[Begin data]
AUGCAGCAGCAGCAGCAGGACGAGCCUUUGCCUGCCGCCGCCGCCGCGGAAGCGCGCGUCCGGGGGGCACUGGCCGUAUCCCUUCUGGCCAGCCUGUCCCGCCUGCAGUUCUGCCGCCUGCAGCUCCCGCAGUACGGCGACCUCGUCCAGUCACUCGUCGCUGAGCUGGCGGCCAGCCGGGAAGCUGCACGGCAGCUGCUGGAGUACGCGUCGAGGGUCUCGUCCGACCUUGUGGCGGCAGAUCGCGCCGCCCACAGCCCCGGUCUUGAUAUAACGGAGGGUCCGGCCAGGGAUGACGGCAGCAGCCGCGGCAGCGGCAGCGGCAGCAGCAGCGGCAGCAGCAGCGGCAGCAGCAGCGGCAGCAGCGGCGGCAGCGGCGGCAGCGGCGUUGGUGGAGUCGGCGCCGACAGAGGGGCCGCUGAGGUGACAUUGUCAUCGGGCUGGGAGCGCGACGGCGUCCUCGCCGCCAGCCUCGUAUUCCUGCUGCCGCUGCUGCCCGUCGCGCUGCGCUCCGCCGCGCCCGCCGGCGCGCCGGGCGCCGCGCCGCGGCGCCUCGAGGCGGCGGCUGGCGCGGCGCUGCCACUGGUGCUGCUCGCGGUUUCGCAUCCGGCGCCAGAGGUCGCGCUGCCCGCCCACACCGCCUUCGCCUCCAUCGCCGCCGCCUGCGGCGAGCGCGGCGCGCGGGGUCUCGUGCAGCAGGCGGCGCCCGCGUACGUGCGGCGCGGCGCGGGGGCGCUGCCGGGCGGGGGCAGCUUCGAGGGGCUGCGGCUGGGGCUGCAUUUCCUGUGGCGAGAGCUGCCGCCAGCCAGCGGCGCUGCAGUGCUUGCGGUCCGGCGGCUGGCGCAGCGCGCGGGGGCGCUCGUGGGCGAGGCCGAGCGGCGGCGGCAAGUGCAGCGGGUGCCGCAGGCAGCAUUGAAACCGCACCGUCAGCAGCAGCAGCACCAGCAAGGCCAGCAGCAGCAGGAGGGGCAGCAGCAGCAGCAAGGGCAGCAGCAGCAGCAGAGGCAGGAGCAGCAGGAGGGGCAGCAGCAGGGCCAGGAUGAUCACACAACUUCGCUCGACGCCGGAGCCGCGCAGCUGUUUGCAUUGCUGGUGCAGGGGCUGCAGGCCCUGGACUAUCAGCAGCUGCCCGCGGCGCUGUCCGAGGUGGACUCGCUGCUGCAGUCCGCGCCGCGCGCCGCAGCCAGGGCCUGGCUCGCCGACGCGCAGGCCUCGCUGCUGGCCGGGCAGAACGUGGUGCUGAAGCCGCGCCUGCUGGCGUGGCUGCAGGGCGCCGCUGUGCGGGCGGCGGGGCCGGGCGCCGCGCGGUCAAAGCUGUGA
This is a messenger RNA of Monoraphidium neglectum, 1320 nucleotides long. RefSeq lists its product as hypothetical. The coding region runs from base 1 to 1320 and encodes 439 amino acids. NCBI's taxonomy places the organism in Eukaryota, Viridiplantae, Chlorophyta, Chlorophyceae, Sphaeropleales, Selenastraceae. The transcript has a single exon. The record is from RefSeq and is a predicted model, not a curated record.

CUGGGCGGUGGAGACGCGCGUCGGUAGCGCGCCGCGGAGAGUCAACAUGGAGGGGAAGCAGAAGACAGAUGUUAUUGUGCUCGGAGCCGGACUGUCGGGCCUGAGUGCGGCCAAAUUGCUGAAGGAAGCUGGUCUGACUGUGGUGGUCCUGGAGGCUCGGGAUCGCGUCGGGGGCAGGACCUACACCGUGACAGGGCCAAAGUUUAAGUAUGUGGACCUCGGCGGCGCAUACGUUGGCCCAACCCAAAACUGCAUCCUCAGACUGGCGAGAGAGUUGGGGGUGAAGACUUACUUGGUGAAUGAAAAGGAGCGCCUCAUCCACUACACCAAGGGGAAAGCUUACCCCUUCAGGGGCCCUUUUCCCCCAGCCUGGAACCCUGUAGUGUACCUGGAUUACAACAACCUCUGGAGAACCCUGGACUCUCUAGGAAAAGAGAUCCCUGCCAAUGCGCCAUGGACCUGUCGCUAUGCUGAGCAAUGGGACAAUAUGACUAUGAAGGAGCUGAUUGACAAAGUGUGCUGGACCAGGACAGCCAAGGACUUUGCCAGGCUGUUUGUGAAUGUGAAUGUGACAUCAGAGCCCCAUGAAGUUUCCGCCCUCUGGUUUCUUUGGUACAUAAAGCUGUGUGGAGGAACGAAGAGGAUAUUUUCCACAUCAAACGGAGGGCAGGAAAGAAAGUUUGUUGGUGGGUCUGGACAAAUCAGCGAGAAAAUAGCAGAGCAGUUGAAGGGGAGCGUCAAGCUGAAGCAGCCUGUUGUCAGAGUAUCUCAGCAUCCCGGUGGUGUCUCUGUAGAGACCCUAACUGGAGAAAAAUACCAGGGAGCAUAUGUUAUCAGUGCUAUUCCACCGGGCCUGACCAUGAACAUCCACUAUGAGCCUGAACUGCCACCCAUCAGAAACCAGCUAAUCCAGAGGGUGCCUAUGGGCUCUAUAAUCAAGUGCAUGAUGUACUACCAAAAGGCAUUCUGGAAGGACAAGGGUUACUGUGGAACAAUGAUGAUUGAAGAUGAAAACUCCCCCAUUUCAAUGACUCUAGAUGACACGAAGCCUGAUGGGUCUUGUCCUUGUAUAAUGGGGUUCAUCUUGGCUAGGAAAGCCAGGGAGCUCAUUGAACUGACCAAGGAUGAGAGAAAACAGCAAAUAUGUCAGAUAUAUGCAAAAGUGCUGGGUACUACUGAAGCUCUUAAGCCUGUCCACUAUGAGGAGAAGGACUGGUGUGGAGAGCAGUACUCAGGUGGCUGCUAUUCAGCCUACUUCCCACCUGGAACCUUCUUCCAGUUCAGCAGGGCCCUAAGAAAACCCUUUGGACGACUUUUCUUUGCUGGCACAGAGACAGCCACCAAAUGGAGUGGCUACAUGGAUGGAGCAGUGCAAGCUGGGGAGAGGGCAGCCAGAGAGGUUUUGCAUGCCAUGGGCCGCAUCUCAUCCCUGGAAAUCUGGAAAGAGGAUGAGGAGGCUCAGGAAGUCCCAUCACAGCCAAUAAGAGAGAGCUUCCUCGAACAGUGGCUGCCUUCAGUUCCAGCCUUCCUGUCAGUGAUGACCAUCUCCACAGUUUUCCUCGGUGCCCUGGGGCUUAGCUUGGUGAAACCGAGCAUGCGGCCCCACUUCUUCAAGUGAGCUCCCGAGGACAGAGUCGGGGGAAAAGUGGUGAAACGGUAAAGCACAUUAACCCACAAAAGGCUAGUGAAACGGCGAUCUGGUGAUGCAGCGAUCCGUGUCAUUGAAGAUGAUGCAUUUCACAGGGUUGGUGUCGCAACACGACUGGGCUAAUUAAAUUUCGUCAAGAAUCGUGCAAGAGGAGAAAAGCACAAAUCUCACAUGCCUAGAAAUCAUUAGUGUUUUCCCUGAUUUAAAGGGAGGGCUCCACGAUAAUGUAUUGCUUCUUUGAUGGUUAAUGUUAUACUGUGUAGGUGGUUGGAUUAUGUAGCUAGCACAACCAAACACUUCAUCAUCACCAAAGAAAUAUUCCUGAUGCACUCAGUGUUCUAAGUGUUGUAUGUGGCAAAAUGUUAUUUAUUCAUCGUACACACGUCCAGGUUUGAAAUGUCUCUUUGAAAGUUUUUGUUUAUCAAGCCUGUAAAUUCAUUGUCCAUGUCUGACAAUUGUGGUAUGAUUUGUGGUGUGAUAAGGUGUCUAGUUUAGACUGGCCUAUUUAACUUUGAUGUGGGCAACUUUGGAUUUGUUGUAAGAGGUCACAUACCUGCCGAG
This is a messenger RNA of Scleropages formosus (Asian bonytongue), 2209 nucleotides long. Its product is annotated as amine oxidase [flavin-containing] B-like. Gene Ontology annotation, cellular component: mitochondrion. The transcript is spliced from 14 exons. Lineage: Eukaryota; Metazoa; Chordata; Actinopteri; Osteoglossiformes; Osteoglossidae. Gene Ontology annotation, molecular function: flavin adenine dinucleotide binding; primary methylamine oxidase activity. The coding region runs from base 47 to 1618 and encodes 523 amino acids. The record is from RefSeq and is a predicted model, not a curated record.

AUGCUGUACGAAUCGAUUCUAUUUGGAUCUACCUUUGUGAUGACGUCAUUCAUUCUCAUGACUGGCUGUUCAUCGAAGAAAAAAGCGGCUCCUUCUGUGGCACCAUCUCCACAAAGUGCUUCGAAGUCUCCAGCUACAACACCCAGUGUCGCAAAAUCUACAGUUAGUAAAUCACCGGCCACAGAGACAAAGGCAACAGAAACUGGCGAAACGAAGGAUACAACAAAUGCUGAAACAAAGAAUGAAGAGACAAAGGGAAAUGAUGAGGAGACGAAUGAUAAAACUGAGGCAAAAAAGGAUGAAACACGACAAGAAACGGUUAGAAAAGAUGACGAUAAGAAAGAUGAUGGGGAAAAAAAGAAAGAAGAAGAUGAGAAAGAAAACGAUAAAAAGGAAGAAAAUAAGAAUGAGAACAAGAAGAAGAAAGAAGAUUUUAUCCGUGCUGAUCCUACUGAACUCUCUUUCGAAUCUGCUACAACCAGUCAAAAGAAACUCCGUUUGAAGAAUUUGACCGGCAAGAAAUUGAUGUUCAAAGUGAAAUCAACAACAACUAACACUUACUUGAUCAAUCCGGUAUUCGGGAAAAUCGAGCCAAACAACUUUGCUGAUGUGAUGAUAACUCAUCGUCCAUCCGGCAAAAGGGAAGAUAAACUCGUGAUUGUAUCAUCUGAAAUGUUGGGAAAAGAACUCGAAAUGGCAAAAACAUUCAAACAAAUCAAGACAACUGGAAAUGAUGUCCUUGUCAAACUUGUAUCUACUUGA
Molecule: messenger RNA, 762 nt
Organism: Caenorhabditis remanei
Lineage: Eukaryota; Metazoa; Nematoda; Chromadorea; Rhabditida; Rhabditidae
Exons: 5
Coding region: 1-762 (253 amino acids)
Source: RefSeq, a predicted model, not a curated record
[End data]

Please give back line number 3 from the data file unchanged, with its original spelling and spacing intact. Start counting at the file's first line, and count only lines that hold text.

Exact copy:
CUGGGCGGUGGAGACGCGCGUCGGUAGCGCGCCGCGGAGAGUCAACAUGGAGGGGAAGCAGAAGACAGAUGUUAUUGUGCUCGGAGCCGGACUGUCGGGCCUGAGUGCGGCCAAAUUGCUGAAGGAAGCUGGUCUGACUGUGGUGGUCCUGGAGGCUCGGGAUCGCGUCGGGGGCAGGACCUACACCGUGACAGGGCCAAAGUUUAAGUAUGUGGACCUCGGCGGCGCAUACGUUGGCCCAACCCAAAACUGCAUCCUCAGACUGGCGAGAGAGUUGGGGGUGAAGACUUACUUGGUGAAUGAAAAGGAGCGCCUCAUCCACUACACCAAGGGGAAAGCUUACCCCUUCAGGGGCCCUUUUCCCCCAGCCUGGAACCCUGUAGUGUACCUGGAUUACAACAACCUCUGGAGAACCCUGGACUCUCUAGGAAAAGAGAUCCCUGCCAAUGCGCCAUGGACCUGUCGCUAUGCUGAGCAAUGGGACAAUAUGACUAUGAAGGAGCUGAUUGACAAAGUGUGCUGGACCAGGACAGCCAAGGACUUUGCCAGGCUGUUUGUGAAUGUGAAUGUGACAUCAGAGCCCCAUGAAGUUUCCGCCCUCUGGUUUCUUUGGUACAUAAAGCUGUGUGGAGGAACGAAGAGGAUAUUUUCCACAUCAAACGGAGGGCAGGAAAGAAAGUUUGUUGGUGGGUCUGGACAAAUCAGCGAGAAAAUAGCAGAGCAGUUGAAGGGGAGCGUCAAGCUGAAGCAGCCUGUUGUCAGAGUAUCUCAGCAUCCCGGUGGUGUCUCUGUAGAGACCCUAACUGGAGAAAAAUACCAGGGAGCAUAUGUUAUCAGUGCUAUUCCACCGGGCCUGACCAUGAACAUCCACUAUGAGCCUGAACUGCCACCCAUCAGAAACCAGCUAAUCCAGAGGGUGCCUAUGGGCUCUAUAAUCAAGUGCAUGAUGUACUACCAAAAGGCAUUCUGGAAGGACAAGGGUUACUGUGGAACAAUGAUGAUUGAAGAUGAAAACUCCCCCAUUUCAAUGACUCUAGAUGACACGAAGCCUGAUGGGUCUUGUCCUUGUAUAAUGGGGUUCAUCUUGGCUAGGAAAGCCAGGGAGCUCAUUGAACUGACCAAGGAUGAGAGAAAACAGCAAAUAUGUCAGAUAUAUGCAAAAGUGCUGGGUACUACUGAAGCUCUUAAGCCUGUCCACUAUGAGGAGAAGGACUGGUGUGGAGAGCAGUACUCAGGUGGCUGCUAUUCAGCCUACUUCCCACCUGGAACCUUCUUCCAGUUCAGCAGGGCCCUAAGAAAACCCUUUGGACGACUUUUCUUUGCUGGCACAGAGACAGCCACCAAAUGGAGUGGCUACAUGGAUGGAGCAGUGCAAGCUGGGGAGAGGGCAGCCAGAGAGGUUUUGCAUGCCAUGGGCCGCAUCUCAUCCCUGGAAAUCUGGAAAGAGGAUGAGGAGGCUCAGGAAGUCCCAUCACAGCCAAUAAGAGAGAGCUUCCUCGAACAGUGGCUGCCUUCAGUUCCAGCCUUCCUGUCAGUGAUGACCAUCUCCACAGUUUUCCUCGGUGCCCUGGGGCUUAGCUUGGUGAAACCGAGCAUGCGGCCCCACUUCUUCAAGUGAGCUCCCGAGGACAGAGUCGGGGGAAAAGUGGUGAAACGGUAAAGCACAUUAACCCACAAAAGGCUAGUGAAACGGCGAUCUGGUGAUGCAGCGAUCCGUGUCAUUGAAGAUGAUGCAUUUCACAGGGUUGGUGUCGCAACACGACUGGGCUAAUUAAAUUUCGUCAAGAAUCGUGCAAGAGGAGAAAAGCACAAAUCUCACAUGCCUAGAAAUCAUUAGUGUUUUCCCUGAUUUAAAGGGAGGGCUCCACGAUAAUGUAUUGCUUCUUUGAUGGUUAAUGUUAUACUGUGUAGGUGGUUGGAUUAUGUAGCUAGCACAACCAAACACUUCAUCAUCACCAAAGAAAUAUUCCUGAUGCACUCAGUGUUCUAAGUGUUGUAUGUGGCAAAAUGUUAUUUAUUCAUCGUACACACGUCCAGGUUUGAAAUGUCUCUUUGAAAGUUUUUGUUUAUCAAGCCUGUAAAUUCAUUGUCCAUGUCUGACAAUUGUGGUAUGAUUUGUGGUGUGAUAAGGUGUCUAGUUUAGACUGGCCUAUUUAACUUUGAUGUGGGCAACUUUGGAUUUGUUGUAAGAGGUCACAUACCUGCCGAG